Christmas Bells

Christmas Bells
Christmas Bells - Blandfordia nobilis

Wednesday, December 31, 2008

An interesting moth on my front porch

Two nights ago, just as I was shutting down for the night, well after midnight, I noticed this interesting moth on my front verandah. I managed to snap a few images of it.
I did what I often do, and wandered through numerous photos of moths on the Internet, and guess (wrongly as it turned out) that it might have been a member of the Thaliana genus, as several moths I found in that group had similar strong triangulated markings like my moth.
Thanks to advice from the moth forum which Duncan kindly set up a little while back, I can now report that this moth is named Fodina ostorius, of the Catocalinae (sub-family), which puts it into the Noctuidae family. Thanks to Ian McMillan for setting me straight on this.

This link will take you to "Australian Moths Online" - the general gallery page. You need to search by moth name, or genus, or family. But the gallery is a valuable resource, to search for "similar" moths - not that such "look-alike" searches are reliable (as I discovered). I would not have arrived at a correct ID, without help from an experienced person such as Ian.
Here is the specific link to this species: Fodina ostorius.

From Don Herbison-Evans' Moths and Caterpillars site (the scientific name index page), I was able to search by specific name, and went straight to this page. The advantage here is that it has a photo of a live moth, as well of a preserved specimen. It is clearly a perfect match for my moth.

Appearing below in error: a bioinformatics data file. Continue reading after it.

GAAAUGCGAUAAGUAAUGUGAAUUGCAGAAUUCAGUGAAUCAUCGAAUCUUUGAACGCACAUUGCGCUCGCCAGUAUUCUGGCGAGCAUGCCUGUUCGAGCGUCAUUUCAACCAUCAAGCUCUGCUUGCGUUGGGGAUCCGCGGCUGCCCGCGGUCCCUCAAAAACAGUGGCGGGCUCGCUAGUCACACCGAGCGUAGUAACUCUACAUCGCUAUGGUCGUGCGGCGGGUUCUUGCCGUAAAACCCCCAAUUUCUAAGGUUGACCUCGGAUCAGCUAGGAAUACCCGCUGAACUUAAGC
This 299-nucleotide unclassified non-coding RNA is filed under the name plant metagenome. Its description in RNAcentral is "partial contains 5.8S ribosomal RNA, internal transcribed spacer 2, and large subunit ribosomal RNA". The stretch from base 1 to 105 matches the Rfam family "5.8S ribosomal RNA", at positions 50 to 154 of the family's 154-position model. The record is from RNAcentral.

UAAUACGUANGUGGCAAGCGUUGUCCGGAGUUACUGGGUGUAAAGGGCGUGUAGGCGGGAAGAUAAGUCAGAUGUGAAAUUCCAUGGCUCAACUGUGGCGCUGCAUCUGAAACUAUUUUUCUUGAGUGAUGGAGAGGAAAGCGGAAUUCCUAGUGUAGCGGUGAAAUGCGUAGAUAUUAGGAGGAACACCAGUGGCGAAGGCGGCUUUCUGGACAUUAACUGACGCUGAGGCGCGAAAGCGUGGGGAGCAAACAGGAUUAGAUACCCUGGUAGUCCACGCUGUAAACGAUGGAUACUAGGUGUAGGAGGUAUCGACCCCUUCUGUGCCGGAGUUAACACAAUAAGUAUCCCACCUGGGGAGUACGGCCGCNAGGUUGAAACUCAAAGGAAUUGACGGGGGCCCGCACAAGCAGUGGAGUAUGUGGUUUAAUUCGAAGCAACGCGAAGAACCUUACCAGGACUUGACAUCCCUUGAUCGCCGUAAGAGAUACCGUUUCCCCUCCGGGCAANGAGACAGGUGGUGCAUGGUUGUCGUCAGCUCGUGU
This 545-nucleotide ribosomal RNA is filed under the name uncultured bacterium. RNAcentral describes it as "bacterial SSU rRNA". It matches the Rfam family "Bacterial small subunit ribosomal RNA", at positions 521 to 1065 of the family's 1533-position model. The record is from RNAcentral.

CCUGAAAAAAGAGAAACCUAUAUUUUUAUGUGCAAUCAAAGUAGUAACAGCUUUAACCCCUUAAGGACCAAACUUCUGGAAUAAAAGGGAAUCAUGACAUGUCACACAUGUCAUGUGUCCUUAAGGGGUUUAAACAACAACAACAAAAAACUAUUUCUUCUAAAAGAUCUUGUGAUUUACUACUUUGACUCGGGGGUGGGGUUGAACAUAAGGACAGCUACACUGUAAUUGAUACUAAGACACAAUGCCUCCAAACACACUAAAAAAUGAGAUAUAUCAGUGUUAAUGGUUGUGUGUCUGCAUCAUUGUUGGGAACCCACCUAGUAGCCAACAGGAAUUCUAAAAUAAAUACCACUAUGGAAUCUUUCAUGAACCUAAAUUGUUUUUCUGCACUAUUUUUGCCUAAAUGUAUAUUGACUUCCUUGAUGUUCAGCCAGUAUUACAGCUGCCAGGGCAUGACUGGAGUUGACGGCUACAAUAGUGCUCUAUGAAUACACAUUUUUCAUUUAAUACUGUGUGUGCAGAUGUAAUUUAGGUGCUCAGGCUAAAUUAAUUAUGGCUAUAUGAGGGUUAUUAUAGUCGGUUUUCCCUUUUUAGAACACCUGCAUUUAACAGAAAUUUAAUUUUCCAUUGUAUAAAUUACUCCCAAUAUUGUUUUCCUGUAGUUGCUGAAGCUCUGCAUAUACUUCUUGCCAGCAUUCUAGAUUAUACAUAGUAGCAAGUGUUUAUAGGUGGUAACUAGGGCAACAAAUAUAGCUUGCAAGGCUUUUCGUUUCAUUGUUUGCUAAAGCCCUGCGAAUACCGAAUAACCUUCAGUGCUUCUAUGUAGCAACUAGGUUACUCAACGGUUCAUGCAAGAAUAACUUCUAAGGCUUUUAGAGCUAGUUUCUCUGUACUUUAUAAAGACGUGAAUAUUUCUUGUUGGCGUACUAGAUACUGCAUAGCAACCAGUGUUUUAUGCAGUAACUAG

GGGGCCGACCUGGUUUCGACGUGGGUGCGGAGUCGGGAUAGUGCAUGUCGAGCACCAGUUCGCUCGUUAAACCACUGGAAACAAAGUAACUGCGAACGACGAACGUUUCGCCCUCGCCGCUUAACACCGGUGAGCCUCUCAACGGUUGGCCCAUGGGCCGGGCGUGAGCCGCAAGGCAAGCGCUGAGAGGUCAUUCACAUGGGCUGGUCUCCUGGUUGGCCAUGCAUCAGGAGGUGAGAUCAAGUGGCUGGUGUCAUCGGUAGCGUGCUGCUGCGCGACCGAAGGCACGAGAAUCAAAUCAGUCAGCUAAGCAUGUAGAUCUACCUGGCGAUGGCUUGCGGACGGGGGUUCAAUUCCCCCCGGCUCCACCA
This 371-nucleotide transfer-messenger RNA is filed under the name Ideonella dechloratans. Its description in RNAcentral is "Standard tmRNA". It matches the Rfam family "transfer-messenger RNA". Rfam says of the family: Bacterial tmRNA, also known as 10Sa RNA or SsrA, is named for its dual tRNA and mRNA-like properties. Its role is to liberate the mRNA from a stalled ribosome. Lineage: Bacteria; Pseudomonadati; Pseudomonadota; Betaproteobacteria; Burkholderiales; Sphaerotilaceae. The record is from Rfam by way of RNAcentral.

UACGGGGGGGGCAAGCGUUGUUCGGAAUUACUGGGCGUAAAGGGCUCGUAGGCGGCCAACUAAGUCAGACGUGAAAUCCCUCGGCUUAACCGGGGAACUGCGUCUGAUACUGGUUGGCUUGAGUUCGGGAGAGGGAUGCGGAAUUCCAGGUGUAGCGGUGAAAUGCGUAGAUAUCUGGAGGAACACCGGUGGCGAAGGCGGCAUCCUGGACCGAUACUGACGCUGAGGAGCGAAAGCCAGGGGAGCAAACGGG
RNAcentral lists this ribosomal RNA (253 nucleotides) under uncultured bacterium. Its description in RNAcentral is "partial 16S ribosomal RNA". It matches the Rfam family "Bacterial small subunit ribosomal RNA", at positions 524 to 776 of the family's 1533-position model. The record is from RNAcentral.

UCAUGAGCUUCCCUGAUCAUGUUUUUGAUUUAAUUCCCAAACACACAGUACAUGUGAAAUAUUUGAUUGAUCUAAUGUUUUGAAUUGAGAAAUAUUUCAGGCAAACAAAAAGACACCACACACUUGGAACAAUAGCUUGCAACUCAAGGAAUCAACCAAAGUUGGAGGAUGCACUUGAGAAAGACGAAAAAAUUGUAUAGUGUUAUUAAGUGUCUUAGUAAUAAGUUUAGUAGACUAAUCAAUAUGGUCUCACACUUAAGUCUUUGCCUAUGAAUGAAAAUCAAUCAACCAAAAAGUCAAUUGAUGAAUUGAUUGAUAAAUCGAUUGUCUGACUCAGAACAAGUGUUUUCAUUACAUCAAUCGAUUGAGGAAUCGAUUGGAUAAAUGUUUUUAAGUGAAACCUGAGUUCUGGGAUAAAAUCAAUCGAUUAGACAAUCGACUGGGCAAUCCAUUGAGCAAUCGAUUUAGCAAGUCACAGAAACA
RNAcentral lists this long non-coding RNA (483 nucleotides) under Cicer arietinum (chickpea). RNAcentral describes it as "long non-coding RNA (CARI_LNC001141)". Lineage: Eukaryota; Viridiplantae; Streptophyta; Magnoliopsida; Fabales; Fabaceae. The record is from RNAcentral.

Don often has some notes about preferred food plants of the speciific Caterpillars. In this case, it shows the Milk Vine, Marsdenia as a preferred food plant. The local Robertson Rain Forest is well supplied with Marsdenia vines, so it makes sense that I should have been visited by this moth.The colouration on the body of this moth is a frequently used 'warning signal" (such as of a wasp or a bee). I have no idea if it is indeed a poisonous moth. It is more likely that it is the commonly adopted "Batesian Mimicry" where a palatable species resembles an unpalatable species, or one with a sting, or poison. Personally, I have no desire to test this theory, but will not eat any moth which looks like a wasp, no matter how fat and tasty it might be in reality.


Jarrett said...

Beautiful moth, but I won't eat it either. Happy new year!

Denis Wilson said...

Thanks Jarrett
I was pleased to find this moth, instead of lots of tiny nondescript things, which are so hard to identify that they annoy me. They also tend to swarm around.

For some reason, with moths I am inclined to say only the beautiful ones should be permitted to exist. However, that is a dangerous philosophy, (if extended to people).